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That the air was charged with electricity to a most unusual extent was felt by everybody. Those who had an intimate knowledge of the various potato blights from '45 said, "This is the beginning of the blight." So it was.

We had also the satisfaction of discovering a peculiar vegetable, which, Jack concluded, must certainly be that of which he had read as being very common among the South Sea Islanders, and which was named taro. Also we found a large supply of yams, and another root like a potato in appearance.

Unless the soil and moisture conditions are extra favorable, the growth will be weak and unsatisfactory. Potato Planting. How many sacks of potatoes are to be planted to an acre, and how many eyes are to be left in a seed? If, for instance, we plant seed with three eyes, how many potatoes should we get from that vine?

"Well!" thought Philippe; "if this worthy Giroudeau, with a skull as polished as my knee, forty-eight years, a big stomach, a face like a ploughman, and a nose like a potato, can get a ballet-girl, I ought to be the lover of the first actress in Paris. Where does one find such luck?" he said aloud. "I'll show you Florentine's place to-night.

As John Bright said years afterwards, 'Famine itself, against which we had warred, joined us. There was a failure in the harvest, both the corn and potato crops being blighted. Things in this country were bad enough; but they were far worse in Ireland, where famine and starvation stared the people in the face.

The potato offers good protection against this disease at a low cost, but other foods have long been known to possess the same power, among them oranges, lemons, limes, and other fruits, and cabbage and other green vegetables; in fact, a mixed diet in which fruits and vegetables occur is assurance of freedom from scurvy.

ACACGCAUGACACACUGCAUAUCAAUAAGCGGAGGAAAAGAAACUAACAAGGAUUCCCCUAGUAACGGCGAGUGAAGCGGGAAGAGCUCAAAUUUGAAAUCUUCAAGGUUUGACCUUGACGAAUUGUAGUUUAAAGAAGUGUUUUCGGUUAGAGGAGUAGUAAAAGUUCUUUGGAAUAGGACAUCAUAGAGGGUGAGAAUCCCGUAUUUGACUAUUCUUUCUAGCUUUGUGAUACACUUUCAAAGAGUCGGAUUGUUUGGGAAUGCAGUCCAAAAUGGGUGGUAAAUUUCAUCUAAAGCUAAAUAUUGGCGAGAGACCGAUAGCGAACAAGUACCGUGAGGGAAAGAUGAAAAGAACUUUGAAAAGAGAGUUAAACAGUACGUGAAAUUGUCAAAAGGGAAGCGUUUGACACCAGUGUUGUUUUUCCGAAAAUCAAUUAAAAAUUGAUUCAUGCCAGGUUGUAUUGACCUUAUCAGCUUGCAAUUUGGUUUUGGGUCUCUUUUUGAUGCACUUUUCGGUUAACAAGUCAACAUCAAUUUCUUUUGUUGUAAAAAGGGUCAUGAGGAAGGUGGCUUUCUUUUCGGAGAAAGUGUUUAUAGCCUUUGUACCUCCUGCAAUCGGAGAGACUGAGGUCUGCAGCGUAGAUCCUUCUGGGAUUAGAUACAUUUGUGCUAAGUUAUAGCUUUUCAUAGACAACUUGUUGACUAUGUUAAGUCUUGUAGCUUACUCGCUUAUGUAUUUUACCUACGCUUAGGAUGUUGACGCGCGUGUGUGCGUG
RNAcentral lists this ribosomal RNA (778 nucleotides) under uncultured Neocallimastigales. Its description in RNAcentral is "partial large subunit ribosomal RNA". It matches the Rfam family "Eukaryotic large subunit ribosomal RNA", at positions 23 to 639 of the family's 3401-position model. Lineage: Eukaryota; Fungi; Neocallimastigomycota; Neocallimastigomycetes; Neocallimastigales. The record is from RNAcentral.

The ample provision made for a picnic dinner the previous day rendered the preparation of the midday meal unusually easy, and the girls gathered at the dinner-table less eager to sample the pressed meat and potato chips than to examine the folded slips of paper placed under each plate. Peggy was the first to unfold hers. "Why is Peggy like Betsy Ross?" she read aloud. "Oh, Amy Lassell!

With the intention of taking the taste of soda out of his mouth he filled it with potato, and immediately afterward he and John jammed in the doorway as they tried to get through it simultaneously. Wiping their streaming eyes and gulping water, they said accusingly: "There's a can of cayenne if there's a pinch in them pertaters!" "And the bacon's burned to a cracklin'," observed Rufus.

The coming and going within are swift. There is no dawdling among the waiters; they are all busy; every one of them is wanted. The fare is not very varied. The potato is a permanent institution; there might not be a single tuber left in Ireland, and prevailing dearth elsewhere, but you would still find potatoes at Flicoteaux's.

Why, the old man used to mix dry potato leaves with his tobacco to make it seem more, and poured the dregs of the coffee on it to make it burn slower." Pál Gregorics heard that he had displeased the good townsfolk by smoking such dear cigars, and immediately took to short halfpenny ones.